[0099] FIG. 2 illustrates an HDCP system 200 wherein two or more HDCP devices 104, 106 are interconnected through an HDCP repeater and two HDCP-protected Interfaces 102a, 102b (collectively 102), according to aspects of the embodiments. Each point-to-point HDCP link involves one HDCP transmitter 212, and one HDCP receiver 214. As such, the HDCP repeater 219 can decrypt the HDCP content at the HDCP receiver 216 on each of its inputs. The repeater 219 can then re-encrypt the data with an HDCP transmitter 215 on each of its outputs. The repeater 219 can inform the upstream device of its downstream connection, but generally repeater 219 maintains those connections. The audiovisual content protected by HDCP, HDCP content 202, flows from an upstream content control function 210 into HDCP system 200 at the most upstream transmitter 212. From there, HDCP content 202, encrypted by HDCP system 200, flows through a tree-shaped topology of HDCP receivers 214 over HDCP-protected Interfaces 102. Before sending data, each transmitter 212, 215 checks that the HDCP receivers 214, 216 are authorized to receive HDCP content 202. If so, transmitter 212 encrypts HDCP content 202 to prevent eavesdropping as it flows to receiver 216. Central processing unit 220 includes firmware to process HDCP content 202 and other information and control.

[0100] Device manufacturers typically buy HDCP chips from a DCP-licensed silicon vendor. These chips usually also provides transition minimized differential signaling (TMDS) encoders or decoders and other HDMI-specific features. Transmitters 212 can have at least one HDCP transmitter chip and receivers 216 can have at least one HDCP receiver chip. HDCP transmitters 212, and receivers 216 frequently require a microprocessor to implement the authentication state machines. Transmitters 212, 215 can be HDMI transmitters.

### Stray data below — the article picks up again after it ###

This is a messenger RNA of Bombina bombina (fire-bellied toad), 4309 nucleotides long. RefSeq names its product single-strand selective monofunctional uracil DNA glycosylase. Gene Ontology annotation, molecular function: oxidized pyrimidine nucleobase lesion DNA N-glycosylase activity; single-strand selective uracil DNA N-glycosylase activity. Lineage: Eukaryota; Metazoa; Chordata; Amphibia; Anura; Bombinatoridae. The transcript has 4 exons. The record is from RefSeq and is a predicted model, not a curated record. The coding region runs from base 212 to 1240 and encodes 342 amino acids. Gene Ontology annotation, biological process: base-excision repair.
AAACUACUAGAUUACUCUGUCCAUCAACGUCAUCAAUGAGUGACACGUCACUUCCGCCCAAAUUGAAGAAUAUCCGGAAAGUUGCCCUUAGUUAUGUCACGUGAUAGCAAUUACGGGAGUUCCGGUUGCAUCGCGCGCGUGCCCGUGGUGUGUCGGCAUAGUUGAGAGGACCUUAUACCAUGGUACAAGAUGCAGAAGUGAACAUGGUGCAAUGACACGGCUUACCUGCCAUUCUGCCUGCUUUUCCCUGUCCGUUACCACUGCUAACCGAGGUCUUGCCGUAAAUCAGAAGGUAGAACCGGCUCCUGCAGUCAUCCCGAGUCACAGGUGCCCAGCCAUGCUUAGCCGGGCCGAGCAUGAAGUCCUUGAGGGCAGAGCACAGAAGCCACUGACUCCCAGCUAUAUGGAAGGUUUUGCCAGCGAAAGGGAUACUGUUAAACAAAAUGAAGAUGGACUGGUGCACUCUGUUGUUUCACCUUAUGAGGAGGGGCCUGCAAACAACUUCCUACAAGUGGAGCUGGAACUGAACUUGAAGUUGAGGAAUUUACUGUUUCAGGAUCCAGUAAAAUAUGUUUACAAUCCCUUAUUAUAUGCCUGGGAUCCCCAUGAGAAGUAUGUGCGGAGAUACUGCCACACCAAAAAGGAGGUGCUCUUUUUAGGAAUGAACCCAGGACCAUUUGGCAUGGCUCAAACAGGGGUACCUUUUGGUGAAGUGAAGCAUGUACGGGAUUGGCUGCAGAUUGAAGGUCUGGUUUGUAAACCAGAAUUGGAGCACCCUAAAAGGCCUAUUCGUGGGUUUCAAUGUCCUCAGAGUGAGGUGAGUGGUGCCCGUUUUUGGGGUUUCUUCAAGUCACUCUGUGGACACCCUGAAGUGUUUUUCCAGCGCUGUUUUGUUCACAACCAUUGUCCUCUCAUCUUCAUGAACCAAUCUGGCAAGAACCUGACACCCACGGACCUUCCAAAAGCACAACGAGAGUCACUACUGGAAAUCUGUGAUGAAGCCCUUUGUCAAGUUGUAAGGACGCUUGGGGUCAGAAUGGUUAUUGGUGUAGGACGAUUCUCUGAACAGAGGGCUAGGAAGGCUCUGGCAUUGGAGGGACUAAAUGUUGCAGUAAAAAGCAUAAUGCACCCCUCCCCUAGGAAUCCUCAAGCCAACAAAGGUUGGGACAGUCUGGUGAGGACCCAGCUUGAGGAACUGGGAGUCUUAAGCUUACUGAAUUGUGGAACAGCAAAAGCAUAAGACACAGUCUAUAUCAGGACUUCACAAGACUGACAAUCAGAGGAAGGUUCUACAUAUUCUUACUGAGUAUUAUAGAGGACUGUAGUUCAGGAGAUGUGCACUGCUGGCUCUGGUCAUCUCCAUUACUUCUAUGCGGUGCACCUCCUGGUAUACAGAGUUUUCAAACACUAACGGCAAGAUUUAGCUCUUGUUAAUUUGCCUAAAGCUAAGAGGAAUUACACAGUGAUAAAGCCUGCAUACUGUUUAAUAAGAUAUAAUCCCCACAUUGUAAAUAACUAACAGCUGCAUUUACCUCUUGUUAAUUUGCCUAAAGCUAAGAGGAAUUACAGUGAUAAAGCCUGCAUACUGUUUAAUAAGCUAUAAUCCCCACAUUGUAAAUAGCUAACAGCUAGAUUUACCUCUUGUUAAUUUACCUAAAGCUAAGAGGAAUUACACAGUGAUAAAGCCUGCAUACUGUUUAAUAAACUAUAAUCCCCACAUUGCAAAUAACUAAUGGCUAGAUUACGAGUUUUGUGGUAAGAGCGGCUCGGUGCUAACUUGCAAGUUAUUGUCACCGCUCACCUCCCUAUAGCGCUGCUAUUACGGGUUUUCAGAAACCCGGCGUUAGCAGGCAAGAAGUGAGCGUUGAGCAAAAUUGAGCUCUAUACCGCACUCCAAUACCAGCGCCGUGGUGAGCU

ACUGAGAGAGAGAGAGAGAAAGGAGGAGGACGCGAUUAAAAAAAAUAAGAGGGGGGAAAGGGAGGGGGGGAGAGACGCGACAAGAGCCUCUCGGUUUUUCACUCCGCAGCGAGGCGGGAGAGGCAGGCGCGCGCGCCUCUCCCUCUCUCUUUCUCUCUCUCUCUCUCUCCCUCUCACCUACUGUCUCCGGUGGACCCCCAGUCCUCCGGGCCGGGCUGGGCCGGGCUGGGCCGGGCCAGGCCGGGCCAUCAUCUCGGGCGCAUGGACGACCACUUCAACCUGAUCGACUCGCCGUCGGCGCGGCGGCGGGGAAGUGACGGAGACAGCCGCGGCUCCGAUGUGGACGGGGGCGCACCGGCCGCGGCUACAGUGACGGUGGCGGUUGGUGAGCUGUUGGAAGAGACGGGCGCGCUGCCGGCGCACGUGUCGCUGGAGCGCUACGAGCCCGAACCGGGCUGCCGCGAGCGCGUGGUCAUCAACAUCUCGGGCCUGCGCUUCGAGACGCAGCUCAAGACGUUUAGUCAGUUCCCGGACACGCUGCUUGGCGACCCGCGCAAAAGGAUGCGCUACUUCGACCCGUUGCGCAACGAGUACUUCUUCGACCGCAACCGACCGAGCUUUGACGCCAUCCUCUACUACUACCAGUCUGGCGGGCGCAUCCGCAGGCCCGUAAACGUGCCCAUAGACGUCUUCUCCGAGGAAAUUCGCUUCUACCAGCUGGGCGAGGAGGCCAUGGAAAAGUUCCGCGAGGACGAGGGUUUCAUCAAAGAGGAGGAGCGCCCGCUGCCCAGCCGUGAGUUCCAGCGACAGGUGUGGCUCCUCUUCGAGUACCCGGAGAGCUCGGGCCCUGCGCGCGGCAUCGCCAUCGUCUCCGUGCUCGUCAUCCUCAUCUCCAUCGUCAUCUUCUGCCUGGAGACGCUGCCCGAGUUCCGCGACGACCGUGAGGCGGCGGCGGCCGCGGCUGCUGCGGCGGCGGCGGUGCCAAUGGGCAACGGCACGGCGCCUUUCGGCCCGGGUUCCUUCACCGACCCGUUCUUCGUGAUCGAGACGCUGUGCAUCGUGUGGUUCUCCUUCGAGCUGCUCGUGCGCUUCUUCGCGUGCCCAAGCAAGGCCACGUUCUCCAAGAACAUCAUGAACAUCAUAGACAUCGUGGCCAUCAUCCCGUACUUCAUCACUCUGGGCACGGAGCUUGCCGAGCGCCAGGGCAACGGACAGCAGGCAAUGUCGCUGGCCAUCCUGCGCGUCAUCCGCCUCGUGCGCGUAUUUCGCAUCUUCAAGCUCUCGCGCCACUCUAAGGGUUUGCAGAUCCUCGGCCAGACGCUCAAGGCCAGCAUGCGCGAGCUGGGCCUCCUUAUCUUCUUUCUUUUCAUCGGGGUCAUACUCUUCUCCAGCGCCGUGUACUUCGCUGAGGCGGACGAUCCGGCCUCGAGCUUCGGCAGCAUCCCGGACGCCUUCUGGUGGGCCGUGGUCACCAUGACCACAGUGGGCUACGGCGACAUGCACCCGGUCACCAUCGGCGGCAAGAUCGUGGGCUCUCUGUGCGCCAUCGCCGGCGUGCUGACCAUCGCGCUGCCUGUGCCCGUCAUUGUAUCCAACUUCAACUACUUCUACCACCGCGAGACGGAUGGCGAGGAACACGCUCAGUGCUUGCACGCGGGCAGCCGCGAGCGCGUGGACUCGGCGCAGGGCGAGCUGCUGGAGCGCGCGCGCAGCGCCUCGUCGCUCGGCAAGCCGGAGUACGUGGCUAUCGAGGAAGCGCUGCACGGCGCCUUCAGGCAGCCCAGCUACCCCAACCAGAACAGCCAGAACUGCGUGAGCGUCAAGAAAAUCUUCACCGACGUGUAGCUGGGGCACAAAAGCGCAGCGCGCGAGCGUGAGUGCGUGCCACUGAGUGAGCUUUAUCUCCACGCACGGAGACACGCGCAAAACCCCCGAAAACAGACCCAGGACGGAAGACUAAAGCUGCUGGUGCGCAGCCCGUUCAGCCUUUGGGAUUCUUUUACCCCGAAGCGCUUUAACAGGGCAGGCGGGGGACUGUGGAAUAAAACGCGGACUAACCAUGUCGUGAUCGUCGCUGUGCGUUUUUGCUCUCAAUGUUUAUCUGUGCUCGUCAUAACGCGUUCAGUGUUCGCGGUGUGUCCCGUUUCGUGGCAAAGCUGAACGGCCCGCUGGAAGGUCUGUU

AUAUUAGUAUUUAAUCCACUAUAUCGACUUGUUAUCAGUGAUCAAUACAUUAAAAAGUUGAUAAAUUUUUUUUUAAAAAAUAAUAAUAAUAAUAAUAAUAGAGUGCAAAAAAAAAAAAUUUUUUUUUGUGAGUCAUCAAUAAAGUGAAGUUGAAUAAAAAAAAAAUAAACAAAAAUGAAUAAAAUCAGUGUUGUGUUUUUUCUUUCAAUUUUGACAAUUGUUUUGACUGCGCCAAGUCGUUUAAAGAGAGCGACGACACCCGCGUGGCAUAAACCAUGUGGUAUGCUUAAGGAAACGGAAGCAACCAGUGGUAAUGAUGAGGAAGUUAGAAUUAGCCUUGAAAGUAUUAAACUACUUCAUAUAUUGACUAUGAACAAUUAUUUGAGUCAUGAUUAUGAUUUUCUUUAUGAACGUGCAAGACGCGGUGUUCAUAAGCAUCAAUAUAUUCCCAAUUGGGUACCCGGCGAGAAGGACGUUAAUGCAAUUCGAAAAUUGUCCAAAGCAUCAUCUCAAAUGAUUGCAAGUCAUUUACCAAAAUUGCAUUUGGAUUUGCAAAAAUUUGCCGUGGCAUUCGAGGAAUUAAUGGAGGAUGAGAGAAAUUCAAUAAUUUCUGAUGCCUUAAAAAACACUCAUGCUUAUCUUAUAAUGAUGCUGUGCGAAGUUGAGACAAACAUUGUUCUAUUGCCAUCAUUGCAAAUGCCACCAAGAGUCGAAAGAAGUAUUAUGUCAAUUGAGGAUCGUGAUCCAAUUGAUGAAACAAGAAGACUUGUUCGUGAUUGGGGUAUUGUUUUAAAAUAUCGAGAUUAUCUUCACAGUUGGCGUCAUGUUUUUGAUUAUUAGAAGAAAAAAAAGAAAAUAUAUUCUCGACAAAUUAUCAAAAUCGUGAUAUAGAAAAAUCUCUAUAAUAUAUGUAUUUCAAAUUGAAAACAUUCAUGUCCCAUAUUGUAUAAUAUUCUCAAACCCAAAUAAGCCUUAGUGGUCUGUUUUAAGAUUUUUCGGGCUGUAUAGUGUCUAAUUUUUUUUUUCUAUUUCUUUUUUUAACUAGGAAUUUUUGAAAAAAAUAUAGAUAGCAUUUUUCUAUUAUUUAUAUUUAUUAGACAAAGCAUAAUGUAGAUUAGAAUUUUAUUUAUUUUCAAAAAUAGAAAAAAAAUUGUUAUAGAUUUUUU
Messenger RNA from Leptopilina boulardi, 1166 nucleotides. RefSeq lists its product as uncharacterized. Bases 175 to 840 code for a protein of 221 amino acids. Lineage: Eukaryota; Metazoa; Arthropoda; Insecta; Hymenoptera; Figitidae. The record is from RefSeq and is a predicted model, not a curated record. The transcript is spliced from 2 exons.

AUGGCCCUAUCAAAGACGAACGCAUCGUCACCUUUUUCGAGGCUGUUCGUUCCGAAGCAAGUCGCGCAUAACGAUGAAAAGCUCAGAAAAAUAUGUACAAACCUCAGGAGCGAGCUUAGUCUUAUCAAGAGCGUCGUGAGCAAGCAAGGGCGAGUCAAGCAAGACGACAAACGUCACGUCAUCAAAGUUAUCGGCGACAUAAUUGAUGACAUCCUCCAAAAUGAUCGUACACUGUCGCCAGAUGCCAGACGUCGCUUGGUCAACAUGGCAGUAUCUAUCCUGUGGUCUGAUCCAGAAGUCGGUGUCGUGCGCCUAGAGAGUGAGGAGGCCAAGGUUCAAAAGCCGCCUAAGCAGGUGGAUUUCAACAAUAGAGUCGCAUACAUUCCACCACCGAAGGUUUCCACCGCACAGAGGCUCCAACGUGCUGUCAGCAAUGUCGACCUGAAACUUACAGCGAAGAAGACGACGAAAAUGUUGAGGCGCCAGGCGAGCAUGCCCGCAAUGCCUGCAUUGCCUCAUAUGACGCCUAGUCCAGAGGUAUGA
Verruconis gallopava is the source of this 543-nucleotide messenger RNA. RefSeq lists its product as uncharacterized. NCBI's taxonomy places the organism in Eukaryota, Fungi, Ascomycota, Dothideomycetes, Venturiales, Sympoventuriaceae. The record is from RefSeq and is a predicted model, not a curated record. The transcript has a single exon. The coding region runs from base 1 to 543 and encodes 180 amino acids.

[0101] The Authentication and Encryption Protocols

[0102] HDCP authentication consists of three parts:

[0103] Part One: source 104 authenticates with sink/display 106 connected to its output. If successful, encryption is enabled and audiovisual (NV) content transmission begins.

[0104] Part Two: This part is used if the downstream device is repeater 219. Repeater 219 authenticates with the devices connected to its output(s) and passes the HDCP tree topology information up to source 104. Source 104 is the root and sinks/display 106 are the leaves, while repeaters 219 make up the branches of the tree.

[0105] Part Three: Source 104 performs periodic checks with sink/display 106 to ensure that encryption is in sync. As mentioned above, repeater 219 generally maintains its downstream connections. If any part of authentication fails or any revoked devices are found in the HDCP tree, transmitter 212 can stop sending protected content and authentication starts over at Part One.

[0106] Authentication Part One

[0107] Part One of authentication is a key exchange protocol. Transmitter 212 and receiver 216 calculate a common secret session key 108 to be used for encryption. If they cannot come up with the same key value, authentication fails and receiver 216 will not be able to decrypt the HDCP content 202. The session key is derived from each device's private key according to the following protocol: